Higher viral shedding in younger children probably explains the high observed sensitivity (90%) of the ICT for the detection of H1N1 09 in NPA specimens from children less than 5 years old. Our ICT sensitivity estimates during the “protect phase” depend on a hierarchical local testing algorithm with viral culture performed on ICT- and DFA-negative specimens. It has been argued (4) that PCR may be a more appropriate reference standard than culture, and certainly comparison to PCR rather than culture would have yielded slightly lower sensitivity estimates. However, PCR-positive, culture-negative specimens may represent false-positive PCR results or may contain influenza A virus RNA but no viable virus (3). It is unknown whether patients with such results benefit from antiviral therapy or pose an infectious risk to others. Since specimens positive by DFA were not set up for viral culture, it is possible that occasional cases of coinfection by respiratory viruses were missed.
The capacity of a negative ICT result to rule out influenza A virus infection can be expressed by the negative predictive value (NPV). This measures the probability that a patient with a negative test result is truly free of the disease (5). For the whole 2009 influenza season, the NPV of the ICT on an NPA specimen from a child under 5 years old was 97.5%. The NPV of these specimens was also calculated for each of five phases in the season, early, early-mid, mid, late-mid, and late in the season. The prevalence of H1N1 09 ranged from 25/82 (30.5%) midseason down to 33/274 (12.0%) late in the season. The prevalence of any influenza A virus ranged from 32/82 (39.0%) midseason down to 38/274 (13.9%) late in the season. Interestingly, the NPV was lower (38/42 [90.5%]) early in the season (10 to 29 June) than in the subsequent seasonal phases, when it ranged from 94.3% to 99.6%. This reflected a lower ICT sensitivity (5/9 [56%]) in the early season than in subsequent phases when it varied from 88% to 97%. We hypothesize that this low early sensitivity may have been related to inexperience in interpreting the test, particularly after hours when it was performed by nonvirology staff. It was not related to the use of PCR as the comparator during the “contain phase,” since no NPA specimens from children under 5 years old with influenza A virus were tested with the ICT during this period. The high NPVs obtained, particularly once staff were familiar with the assay, indicate that clinicians and infection control practitioners may have a reasonable level of confidence that H1N1 09 infection has been excluded by a negative ICT test on an NPA from a young child.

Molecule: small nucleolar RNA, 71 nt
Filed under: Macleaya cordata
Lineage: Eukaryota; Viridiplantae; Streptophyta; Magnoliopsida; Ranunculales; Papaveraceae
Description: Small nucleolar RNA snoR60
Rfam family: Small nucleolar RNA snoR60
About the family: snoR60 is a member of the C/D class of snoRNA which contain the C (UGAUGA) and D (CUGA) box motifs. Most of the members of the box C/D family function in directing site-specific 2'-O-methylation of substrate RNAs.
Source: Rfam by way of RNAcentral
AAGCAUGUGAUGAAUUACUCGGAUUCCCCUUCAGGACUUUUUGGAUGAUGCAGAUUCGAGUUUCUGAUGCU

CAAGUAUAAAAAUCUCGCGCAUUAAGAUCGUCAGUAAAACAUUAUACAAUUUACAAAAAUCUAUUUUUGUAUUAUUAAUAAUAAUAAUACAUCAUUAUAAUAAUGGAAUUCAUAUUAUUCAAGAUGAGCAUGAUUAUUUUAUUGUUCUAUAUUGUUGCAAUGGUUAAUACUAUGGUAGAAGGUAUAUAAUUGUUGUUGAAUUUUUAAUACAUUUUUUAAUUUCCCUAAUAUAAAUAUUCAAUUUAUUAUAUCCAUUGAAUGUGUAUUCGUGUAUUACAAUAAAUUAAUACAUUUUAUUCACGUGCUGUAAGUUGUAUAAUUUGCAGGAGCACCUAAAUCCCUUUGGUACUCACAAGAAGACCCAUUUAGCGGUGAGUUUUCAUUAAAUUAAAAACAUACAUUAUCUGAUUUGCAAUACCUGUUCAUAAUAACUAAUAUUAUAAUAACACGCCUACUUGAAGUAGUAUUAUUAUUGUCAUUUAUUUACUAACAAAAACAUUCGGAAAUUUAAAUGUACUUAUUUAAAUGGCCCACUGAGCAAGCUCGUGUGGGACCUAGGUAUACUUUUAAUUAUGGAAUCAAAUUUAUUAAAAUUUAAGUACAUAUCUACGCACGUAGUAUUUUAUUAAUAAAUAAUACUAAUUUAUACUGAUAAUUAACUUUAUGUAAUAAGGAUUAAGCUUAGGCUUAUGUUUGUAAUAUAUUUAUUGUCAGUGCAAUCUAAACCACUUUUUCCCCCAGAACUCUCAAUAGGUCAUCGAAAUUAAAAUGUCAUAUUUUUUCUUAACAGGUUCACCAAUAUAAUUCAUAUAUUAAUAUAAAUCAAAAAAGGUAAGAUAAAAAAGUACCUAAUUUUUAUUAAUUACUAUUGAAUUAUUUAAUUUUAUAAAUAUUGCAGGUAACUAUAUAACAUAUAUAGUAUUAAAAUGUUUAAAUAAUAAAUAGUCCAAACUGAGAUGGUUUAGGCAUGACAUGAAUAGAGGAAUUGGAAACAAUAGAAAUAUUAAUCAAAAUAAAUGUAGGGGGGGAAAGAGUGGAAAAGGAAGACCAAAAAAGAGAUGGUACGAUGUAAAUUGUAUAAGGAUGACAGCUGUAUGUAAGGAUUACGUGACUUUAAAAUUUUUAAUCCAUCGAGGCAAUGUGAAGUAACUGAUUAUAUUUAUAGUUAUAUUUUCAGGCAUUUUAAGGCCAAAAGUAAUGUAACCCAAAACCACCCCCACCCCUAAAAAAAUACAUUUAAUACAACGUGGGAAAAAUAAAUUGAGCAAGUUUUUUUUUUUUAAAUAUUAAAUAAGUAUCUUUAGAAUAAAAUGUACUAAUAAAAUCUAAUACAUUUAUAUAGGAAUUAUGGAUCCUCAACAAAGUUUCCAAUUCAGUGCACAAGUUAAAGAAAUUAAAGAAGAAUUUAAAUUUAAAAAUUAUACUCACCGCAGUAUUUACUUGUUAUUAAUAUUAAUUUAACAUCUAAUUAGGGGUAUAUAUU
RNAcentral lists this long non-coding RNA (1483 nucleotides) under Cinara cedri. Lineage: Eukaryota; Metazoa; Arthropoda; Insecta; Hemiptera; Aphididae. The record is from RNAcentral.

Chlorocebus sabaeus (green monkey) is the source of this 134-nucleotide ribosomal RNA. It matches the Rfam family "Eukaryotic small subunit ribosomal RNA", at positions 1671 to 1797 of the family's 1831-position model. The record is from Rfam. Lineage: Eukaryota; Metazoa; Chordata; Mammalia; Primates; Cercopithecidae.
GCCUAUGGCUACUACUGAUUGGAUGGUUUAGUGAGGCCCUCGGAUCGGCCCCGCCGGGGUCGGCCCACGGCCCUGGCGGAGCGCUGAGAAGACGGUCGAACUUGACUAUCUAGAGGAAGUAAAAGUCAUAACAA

We thank the staff of our virology laboratory for performing in-house testing and Dominic Dwyer at the Institute for Clinical Pathology and Medical Research for providing reference testing by PCR.
Published ahead of print on 26 May 2010.